Friday, January 20, 2012

In a Room Full of People but Feeling All Alone

New Years Eve is a time I've generally spent acting a fool for family and friends. I vividly remember my favorite New Years Eve. There I was on State Street screaming New Years greetings and waving at honking motorists while wearing a fur hat with ear flaps. My fashion outfits usually involve clothing that comes from parts of my work uniforms. At the time I was working security for American Protective Services. I remember my brother Fatu, my cousin Josh, my cousin Penina, and her friend with the last name Katoa were all present. We were all laughing and I was attempting to impress this Katoa girl. I believe I was succeeding (while polishing finger nails on lapels).

Contrast that with a couple of my worst New Years. In December of 2006, I had been married for a year and six months. Things were going bad between me and my wife, at the time. In fact she had took a trip to Washington by herself in the beginning of December. When she came back, I was headed into surgery for a hernia. Something felt wrong about the whole situation. For a man going in for surgery, she really didn't seem like she cared. When I came out of surgery she was always looking for a chance to leave.

She would ask,"Is everything ok?"

I would respond,"Yeah, it's ok." While it wasn't.

She would say, "Ok well I'm gonna go. Be back later."

She left and there I was in the loneliness but even when she was there I felt somewhat of a loneliness.

Things had already begun to change in August but I was to dumb to notice. One day in October, I caught her going to the movies with a guy. I was so mad I asked for a separation. The reason I tell this story is that I had made her my all, my everything. She was up on a pedastool so high that I would have gotten two jobs, gone into debt in the tens of thousands of dollars, and done anything to make her happy. When you put your all and everything into something and then it gets cut off, it can feel like the most painful and lonely thing in the world. It felt like I gave apiece of my heart and it was ripped out and taken away from me.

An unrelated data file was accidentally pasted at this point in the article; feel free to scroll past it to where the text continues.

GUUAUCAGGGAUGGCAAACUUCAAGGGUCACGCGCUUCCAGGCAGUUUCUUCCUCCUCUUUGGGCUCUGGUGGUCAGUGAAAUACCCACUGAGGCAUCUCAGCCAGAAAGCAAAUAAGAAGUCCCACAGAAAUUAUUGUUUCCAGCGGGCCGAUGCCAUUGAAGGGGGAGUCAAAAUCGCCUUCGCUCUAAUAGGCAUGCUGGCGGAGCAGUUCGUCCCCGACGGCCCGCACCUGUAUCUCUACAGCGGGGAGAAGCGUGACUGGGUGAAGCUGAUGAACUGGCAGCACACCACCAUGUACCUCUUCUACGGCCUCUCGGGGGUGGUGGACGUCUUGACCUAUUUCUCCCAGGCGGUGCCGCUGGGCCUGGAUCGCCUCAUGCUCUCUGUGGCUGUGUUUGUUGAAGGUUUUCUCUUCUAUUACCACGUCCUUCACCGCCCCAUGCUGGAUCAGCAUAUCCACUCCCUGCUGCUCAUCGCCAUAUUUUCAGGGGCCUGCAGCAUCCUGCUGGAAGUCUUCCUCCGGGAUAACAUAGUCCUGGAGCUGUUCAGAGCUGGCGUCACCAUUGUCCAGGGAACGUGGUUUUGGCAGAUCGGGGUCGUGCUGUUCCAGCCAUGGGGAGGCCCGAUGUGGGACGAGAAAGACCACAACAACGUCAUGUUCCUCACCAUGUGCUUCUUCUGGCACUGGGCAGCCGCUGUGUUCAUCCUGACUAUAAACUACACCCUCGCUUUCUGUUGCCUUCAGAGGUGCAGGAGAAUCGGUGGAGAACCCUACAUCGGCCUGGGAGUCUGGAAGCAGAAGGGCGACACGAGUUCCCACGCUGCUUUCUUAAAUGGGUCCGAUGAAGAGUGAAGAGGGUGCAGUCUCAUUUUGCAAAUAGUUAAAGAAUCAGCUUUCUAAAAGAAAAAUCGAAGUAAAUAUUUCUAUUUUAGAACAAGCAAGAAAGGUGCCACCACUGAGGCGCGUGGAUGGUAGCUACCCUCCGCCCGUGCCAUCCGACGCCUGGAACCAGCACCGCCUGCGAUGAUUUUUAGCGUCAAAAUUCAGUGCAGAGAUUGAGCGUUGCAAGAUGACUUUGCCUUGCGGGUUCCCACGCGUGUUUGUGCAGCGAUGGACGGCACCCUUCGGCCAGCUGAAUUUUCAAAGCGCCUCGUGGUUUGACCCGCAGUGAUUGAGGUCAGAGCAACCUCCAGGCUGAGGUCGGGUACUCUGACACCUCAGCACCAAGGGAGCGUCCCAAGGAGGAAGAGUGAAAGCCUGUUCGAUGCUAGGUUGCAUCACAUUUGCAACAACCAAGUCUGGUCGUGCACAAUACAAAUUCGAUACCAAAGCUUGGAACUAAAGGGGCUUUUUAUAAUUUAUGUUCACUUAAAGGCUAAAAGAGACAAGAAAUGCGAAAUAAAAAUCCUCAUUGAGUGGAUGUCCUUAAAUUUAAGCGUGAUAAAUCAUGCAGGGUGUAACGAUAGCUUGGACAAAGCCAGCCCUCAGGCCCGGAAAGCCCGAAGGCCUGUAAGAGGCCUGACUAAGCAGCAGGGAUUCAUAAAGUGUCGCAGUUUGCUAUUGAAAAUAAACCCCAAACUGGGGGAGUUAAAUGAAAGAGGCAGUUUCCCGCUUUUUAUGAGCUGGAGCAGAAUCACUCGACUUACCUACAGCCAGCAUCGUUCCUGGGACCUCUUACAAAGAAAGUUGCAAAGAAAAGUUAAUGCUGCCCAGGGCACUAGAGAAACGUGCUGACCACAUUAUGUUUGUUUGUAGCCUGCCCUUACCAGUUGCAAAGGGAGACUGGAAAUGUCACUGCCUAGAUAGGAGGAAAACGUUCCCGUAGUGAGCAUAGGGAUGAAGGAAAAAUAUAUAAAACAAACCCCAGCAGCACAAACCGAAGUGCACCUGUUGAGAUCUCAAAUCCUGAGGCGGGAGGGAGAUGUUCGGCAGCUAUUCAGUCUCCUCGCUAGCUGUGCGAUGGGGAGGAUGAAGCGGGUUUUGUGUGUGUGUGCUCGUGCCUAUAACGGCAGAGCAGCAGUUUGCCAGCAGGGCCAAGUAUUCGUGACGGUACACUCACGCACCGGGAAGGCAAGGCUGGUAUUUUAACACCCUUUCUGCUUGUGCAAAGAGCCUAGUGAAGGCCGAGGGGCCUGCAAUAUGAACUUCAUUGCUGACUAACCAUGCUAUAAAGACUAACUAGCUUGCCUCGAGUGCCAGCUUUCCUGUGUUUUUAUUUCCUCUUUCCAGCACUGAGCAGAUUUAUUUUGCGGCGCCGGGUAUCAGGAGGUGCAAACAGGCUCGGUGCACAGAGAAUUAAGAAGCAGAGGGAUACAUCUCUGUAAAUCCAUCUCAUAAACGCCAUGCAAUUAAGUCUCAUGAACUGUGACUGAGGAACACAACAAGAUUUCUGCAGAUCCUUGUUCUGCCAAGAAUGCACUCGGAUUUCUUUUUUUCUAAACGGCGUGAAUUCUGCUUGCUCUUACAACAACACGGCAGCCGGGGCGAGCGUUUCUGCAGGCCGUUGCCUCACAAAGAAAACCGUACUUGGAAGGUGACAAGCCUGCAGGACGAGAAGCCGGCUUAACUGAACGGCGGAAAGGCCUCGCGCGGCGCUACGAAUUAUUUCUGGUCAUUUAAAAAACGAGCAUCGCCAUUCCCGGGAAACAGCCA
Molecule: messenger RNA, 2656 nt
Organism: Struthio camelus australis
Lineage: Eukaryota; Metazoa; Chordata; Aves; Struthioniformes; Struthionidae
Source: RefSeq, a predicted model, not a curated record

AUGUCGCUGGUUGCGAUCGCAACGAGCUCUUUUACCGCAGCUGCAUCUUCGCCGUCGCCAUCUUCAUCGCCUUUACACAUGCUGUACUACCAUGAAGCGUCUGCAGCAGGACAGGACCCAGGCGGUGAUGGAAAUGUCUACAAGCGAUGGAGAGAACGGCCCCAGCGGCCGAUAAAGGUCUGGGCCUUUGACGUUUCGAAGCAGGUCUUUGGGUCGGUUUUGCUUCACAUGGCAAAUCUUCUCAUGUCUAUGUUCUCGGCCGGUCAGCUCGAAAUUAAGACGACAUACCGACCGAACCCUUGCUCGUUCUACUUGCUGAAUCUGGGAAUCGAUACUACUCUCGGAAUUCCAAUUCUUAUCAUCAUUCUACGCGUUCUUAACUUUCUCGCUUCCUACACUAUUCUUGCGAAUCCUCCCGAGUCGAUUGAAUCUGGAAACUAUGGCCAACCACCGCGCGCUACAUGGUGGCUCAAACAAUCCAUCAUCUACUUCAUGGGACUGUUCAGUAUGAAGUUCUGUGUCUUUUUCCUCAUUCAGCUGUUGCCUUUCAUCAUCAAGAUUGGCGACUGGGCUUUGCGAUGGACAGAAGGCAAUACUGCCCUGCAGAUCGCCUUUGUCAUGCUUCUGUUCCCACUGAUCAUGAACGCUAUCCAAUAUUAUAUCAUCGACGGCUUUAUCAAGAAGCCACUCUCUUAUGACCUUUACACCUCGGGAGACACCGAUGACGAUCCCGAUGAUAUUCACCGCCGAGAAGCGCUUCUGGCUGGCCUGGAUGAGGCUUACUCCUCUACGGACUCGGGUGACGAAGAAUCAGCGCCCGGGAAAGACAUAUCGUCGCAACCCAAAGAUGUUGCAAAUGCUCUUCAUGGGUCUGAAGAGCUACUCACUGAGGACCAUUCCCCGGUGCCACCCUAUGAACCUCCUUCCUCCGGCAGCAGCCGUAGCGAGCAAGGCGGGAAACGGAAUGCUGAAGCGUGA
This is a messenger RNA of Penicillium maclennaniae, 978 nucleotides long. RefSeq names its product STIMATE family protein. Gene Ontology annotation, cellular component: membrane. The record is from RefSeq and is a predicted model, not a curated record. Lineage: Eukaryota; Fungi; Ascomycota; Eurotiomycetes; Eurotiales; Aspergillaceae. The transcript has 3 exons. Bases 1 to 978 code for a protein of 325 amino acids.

When New Years came around I was working at my second job, cleaning theaters at the Gateway Mall. A job which I had gotten to help pay for her car. There I was picking up popcorn and mopping soda amongst a bunch of other workers. We all went to the break room and took time out to watch the clock hit midnight. That New Years, I was surrounded by people but felt painfully alone.

Fast forward to 2010. I had gotten used to being single. I began to put my everything and trust into myself. Putting all my trust into my own hands, I went to NY, San Diego, and all kinds of fun places. Then I lost my hands. Life again repeated itself and pulled the rug on me, in a way. My family and friends gave me support but the last family member, Fatu, had left on January 28, 2010. On that New Years Eve I was awake and the whole crew of nurses invited me to watch the fireworks in Denver, downtown from the conference room. The buildings blocked the view of most of the fireworks and we popped the Martinelli's but there I was amongst the crew of nurses but it felt painfully alone.

My brother returned to bring me home on January 4, 2011. When he arrived, I cried. It was more of a cry of relief. I had wandered through the desert of loneliness and survived. Something that while I was in it I didn't think of until the difficulty of it was done. Now that it was done I had realized the difficulty of what I had done and cried in disbelief that I had done it.

Both these occasions were extremely painful and more difficult than anything I have ever experienced but I'm glad I still wasn't married when the second happened. It would have been infinitely worse having someone by your side that you don't trust than just being alone. I guess I could relate divorce to my hand amputations. The hands, although very useful and one of my favorite creations God has given me, had to go or else I would suffer more. The ex-wife ,although a great person, was hurtiing me more than I knew and so I had to amputate her, 'so to speak', to enable me to become a stronger person.

Looking back I can see that I have become a stronger person from the divorce. I hope to say, someday, that I have become a stronger person from the amputations. In someways I have already become a stronger person.